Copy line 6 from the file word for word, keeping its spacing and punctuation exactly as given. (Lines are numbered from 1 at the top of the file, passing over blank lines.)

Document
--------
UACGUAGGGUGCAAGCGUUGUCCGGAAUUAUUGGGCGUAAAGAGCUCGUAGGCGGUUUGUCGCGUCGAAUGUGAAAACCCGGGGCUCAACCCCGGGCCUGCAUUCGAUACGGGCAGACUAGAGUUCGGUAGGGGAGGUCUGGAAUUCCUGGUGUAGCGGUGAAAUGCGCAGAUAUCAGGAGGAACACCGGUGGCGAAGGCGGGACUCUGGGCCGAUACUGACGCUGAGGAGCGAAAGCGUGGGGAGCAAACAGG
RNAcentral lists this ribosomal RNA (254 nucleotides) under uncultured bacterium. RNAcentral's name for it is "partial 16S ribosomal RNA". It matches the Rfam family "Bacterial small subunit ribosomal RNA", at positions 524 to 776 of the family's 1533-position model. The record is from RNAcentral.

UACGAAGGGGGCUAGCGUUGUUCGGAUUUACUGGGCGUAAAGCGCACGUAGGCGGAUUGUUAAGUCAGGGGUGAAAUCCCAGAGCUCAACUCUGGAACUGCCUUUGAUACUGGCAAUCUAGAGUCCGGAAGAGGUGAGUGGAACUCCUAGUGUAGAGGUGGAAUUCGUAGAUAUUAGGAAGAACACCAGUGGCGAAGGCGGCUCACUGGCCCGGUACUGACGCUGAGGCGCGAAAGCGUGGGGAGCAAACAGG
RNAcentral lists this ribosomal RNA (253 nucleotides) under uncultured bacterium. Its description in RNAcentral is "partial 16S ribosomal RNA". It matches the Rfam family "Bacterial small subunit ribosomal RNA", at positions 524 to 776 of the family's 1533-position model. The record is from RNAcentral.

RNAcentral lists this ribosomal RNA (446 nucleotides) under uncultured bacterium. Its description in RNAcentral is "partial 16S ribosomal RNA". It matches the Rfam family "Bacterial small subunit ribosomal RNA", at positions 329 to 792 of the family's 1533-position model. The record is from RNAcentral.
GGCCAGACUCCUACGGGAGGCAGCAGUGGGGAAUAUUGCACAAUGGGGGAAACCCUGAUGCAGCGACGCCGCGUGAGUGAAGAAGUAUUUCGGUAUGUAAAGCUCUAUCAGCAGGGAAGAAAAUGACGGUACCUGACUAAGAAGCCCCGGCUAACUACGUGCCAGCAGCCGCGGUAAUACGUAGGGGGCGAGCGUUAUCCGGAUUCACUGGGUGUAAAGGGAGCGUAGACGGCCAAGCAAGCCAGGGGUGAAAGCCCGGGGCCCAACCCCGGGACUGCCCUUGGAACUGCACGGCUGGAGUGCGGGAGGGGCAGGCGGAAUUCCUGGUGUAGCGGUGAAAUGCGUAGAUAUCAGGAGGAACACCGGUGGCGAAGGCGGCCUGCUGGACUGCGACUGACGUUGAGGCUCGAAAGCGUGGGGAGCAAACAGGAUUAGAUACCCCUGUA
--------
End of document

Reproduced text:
GGCCAGACUCCUACGGGAGGCAGCAGUGGGGAAUAUUGCACAAUGGGGGAAACCCUGAUGCAGCGACGCCGCGUGAGUGAAGAAGUAUUUCGGUAUGUAAAGCUCUAUCAGCAGGGAAGAAAAUGACGGUACCUGACUAAGAAGCCCCGGCUAACUACGUGCCAGCAGCCGCGGUAAUACGUAGGGGGCGAGCGUUAUCCGGAUUCACUGGGUGUAAAGGGAGCGUAGACGGCCAAGCAAGCCAGGGGUGAAAGCCCGGGGCCCAACCCCGGGACUGCCCUUGGAACUGCACGGCUGGAGUGCGGGAGGGGCAGGCGGAAUUCCUGGUGUAGCGGUGAAAUGCGUAGAUAUCAGGAGGAACACCGGUGGCGAAGGCGGCCUGCUGGACUGCGACUGACGUUGAGGCUCGAAAGCGUGGGGAGCAAACAGGAUUAGAUACCCCUGUA